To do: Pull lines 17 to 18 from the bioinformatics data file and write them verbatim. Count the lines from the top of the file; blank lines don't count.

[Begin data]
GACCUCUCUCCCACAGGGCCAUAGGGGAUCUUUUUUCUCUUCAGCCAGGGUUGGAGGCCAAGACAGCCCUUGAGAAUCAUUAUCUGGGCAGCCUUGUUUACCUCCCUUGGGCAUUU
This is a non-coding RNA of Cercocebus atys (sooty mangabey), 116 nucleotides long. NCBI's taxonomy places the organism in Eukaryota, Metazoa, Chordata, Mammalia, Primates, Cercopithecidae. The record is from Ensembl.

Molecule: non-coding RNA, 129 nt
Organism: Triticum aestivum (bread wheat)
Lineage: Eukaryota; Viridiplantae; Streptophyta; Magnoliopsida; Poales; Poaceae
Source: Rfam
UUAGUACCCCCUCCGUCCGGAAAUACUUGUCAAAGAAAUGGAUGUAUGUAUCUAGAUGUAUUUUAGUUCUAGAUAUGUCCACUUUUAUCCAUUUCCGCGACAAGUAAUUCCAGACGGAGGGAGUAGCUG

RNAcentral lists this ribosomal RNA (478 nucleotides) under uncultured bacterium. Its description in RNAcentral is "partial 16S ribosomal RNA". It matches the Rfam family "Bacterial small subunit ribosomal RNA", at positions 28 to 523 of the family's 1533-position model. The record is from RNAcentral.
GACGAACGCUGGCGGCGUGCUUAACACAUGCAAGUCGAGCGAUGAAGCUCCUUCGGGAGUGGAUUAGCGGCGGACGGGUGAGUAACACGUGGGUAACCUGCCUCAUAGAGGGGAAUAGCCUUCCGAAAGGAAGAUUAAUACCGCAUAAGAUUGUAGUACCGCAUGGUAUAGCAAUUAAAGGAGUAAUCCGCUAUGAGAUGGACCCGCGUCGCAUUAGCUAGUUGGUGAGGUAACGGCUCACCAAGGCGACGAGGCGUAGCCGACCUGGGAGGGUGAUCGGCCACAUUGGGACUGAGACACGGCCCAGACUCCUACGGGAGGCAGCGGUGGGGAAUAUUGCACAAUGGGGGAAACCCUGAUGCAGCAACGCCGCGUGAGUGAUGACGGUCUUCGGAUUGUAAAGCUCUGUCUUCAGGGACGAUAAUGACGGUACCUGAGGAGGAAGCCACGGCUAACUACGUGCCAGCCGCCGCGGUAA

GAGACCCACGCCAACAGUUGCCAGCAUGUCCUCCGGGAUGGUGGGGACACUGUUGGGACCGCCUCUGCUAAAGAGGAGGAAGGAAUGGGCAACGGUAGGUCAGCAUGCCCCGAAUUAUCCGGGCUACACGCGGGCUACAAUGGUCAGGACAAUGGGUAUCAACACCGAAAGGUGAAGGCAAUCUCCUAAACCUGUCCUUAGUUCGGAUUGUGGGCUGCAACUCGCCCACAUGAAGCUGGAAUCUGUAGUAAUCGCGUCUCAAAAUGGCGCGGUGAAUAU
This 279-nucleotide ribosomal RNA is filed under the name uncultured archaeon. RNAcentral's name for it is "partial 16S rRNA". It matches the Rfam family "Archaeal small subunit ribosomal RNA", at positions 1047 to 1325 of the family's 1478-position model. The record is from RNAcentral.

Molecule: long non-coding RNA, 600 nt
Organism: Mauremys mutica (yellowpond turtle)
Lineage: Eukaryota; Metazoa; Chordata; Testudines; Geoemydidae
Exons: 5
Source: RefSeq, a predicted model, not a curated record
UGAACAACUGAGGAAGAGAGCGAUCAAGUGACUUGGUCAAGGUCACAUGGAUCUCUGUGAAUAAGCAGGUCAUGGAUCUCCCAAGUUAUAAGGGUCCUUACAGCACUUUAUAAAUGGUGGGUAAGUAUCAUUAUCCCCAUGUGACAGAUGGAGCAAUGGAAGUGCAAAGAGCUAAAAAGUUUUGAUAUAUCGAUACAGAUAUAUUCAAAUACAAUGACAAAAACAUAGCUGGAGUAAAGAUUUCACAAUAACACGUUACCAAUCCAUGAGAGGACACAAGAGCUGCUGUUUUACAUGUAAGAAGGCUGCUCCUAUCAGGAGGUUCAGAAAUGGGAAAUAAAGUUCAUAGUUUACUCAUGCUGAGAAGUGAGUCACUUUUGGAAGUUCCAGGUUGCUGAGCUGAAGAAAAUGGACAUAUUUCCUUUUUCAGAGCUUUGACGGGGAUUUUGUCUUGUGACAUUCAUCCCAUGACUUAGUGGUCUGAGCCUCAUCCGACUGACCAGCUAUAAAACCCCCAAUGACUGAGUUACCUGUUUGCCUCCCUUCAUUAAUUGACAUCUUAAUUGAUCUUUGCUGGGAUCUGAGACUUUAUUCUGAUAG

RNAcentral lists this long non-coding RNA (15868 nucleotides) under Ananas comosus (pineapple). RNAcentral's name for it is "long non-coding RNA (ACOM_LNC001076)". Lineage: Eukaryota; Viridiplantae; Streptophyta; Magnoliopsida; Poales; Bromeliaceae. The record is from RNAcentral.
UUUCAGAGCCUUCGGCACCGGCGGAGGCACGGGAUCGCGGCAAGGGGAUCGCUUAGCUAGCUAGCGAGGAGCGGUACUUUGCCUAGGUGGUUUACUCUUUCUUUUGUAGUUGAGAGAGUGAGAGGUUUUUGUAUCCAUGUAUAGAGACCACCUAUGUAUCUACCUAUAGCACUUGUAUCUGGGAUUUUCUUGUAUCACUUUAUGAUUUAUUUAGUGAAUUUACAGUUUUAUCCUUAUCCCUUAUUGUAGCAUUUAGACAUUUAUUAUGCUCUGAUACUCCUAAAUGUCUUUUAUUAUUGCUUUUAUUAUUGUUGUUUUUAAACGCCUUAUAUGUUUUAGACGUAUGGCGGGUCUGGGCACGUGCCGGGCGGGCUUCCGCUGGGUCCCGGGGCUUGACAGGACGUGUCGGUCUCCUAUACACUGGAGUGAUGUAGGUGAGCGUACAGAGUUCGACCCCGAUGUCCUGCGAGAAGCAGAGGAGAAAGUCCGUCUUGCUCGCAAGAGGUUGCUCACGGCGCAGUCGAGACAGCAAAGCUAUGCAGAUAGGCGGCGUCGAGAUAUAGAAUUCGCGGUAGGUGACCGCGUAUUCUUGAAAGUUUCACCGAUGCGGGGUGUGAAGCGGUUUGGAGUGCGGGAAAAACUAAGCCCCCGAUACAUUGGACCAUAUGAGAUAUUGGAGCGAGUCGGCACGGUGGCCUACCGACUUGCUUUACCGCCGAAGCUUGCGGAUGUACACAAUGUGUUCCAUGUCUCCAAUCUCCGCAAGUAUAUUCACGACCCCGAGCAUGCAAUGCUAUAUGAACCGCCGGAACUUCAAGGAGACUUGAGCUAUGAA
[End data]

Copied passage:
UGAACAACUGAGGAAGAGAGCGAUCAAGUGACUUGGUCAAGGUCACAUGGAUCUCUGUGAAUAAGCAGGUCAUGGAUCUCCCAAGUUAUAAGGGUCCUUACAGCACUUUAUAAAUGGUGGGUAAGUAUCAUUAUCCCCAUGUGACAGAUGGAGCAAUGGAAGUGCAAAGAGCUAAAAAGUUUUGAUAUAUCGAUACAGAUAUAUUCAAAUACAAUGACAAAAACAUAGCUGGAGUAAAGAUUUCACAAUAACACGUUACCAAUCCAUGAGAGGACACAAGAGCUGCUGUUUUACAUGUAAGAAGGCUGCUCCUAUCAGGAGGUUCAGAAAUGGGAAAUAAAGUUCAUAGUUUACUCAUGCUGAGAAGUGAGUCACUUUUGGAAGUUCCAGGUUGCUGAGCUGAAGAAAAUGGACAUAUUUCCUUUUUCAGAGCUUUGACGGGGAUUUUGUCUUGUGACAUUCAUCCCAUGACUUAGUGGUCUGAGCCUCAUCCGACUGACCAGCUAUAAAACCCCCAAUGACUGAGUUACCUGUUUGCCUCCCUUCAUUAAUUGACAUCUUAAUUGAUCUUUGCUGGGAUCUGAGACUUUAUUCUGAUAG

RNAcentral lists this long non-coding RNA (15868 nucleotides) under Ananas comosus (pineapple). RNAcentral's name for it is "long non-coding RNA (ACOM_LNC001076)". Lineage: Eukaryota; Viridiplantae; Streptophyta; Magnoliopsida; Poales; Bromeliaceae. The record is from RNAcentral.